So first of all: when people expect falling prices, they become less willing to spend, and in particular less willing to borrow…even a zero rate may not be low enough to achieve full employment.

A second effect: even aside from expectations of future deflation, falling prices worsen the position of debtors, by increasing the real burden of their debts.

Finally, in a deflationary economy, wages as well as prices often have to fall – and it’s a fact of life that it’s very hard to cut nominal wages — there’s downward nominal wage rigidity.

Those arguments against deflation are typical Keynesian dogma.  In fact I actually wrote out the exact same three arguments before I even read Krugman’s article, but I figured it would be better if I listed them off right from the horse’s mouth.

So let’s address the first argument that people become less willing to spend, and particularly less willing to borrow, and this somehow leads to unemployment.  There will ALWAYS be some unemployment if the economy is not in equilibrium (which it never is, since human desires change over time).  As people shift their desires from wanting notebook computers to iPads, some unemployment will result from this.  Consider that if the demand for notebooks drops while the demand for iPads increases, notebook producers will end up having to lay people off or go out of business while iPad producers will be hiring more people.  The people in transition are going to be unemployed while they look for new work.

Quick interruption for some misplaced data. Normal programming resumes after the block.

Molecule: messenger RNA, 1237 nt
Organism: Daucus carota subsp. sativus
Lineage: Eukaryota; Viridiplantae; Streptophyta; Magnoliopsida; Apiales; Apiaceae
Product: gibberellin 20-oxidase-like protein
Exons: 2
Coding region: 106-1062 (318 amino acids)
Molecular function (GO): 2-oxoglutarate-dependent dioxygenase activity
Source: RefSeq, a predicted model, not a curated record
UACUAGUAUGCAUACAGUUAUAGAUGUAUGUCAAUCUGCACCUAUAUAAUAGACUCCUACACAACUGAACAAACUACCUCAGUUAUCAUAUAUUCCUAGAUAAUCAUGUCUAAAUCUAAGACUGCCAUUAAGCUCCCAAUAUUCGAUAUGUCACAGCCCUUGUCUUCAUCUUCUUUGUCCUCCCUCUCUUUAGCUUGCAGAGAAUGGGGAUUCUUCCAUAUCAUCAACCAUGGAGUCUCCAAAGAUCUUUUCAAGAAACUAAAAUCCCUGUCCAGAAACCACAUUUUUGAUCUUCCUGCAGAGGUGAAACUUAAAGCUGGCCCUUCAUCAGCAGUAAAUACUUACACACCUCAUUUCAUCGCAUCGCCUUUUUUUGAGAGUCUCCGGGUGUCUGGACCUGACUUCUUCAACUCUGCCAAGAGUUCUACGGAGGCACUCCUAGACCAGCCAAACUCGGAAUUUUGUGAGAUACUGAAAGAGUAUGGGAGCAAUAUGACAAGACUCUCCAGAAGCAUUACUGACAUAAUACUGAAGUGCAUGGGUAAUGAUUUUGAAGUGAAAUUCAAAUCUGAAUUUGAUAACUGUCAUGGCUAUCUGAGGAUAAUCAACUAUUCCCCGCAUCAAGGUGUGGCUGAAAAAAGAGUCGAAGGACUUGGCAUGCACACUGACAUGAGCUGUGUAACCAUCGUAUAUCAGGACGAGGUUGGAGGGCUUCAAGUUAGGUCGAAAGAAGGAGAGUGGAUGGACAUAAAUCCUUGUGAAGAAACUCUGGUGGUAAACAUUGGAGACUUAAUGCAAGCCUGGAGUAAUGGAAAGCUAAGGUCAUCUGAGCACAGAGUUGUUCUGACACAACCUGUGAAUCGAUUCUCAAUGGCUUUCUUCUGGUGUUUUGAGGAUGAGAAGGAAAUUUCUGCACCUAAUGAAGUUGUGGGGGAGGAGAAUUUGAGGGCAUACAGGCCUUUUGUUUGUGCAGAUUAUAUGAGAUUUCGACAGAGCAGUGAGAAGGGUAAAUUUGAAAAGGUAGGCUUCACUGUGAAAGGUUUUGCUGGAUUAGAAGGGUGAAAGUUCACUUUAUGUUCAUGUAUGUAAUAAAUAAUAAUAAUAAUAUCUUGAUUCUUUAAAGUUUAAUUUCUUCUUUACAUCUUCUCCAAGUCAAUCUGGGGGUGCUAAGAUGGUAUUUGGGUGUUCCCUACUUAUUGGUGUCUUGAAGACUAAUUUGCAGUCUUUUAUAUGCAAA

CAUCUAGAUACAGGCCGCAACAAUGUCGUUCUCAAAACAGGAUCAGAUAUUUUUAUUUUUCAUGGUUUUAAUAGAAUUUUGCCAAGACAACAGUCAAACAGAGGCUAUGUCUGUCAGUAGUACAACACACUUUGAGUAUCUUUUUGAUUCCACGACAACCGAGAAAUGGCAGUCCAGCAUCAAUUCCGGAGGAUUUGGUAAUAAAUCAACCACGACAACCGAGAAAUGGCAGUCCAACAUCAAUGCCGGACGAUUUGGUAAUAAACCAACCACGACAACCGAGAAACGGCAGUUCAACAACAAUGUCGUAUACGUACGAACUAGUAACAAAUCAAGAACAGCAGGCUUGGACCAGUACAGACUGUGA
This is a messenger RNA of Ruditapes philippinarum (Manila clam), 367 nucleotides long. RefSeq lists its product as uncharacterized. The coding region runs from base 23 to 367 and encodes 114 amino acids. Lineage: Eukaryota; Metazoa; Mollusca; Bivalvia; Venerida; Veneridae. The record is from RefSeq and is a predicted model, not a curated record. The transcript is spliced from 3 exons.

But setting that point aside, we have to look at why money undergoes deflation in the first place!  It is not surprising that Krugman doesn’t mention the reasons why deflation occurs in a currency.  There are basically only two reasons (on a macro scale) why a currency would undergo deflation:

1.  The economy is producing more new goods and services at a rate that is above the growth rate of the money supply…. or

2.  In a fractional reserve system, debt is being wiped out through widespread bankruptcies.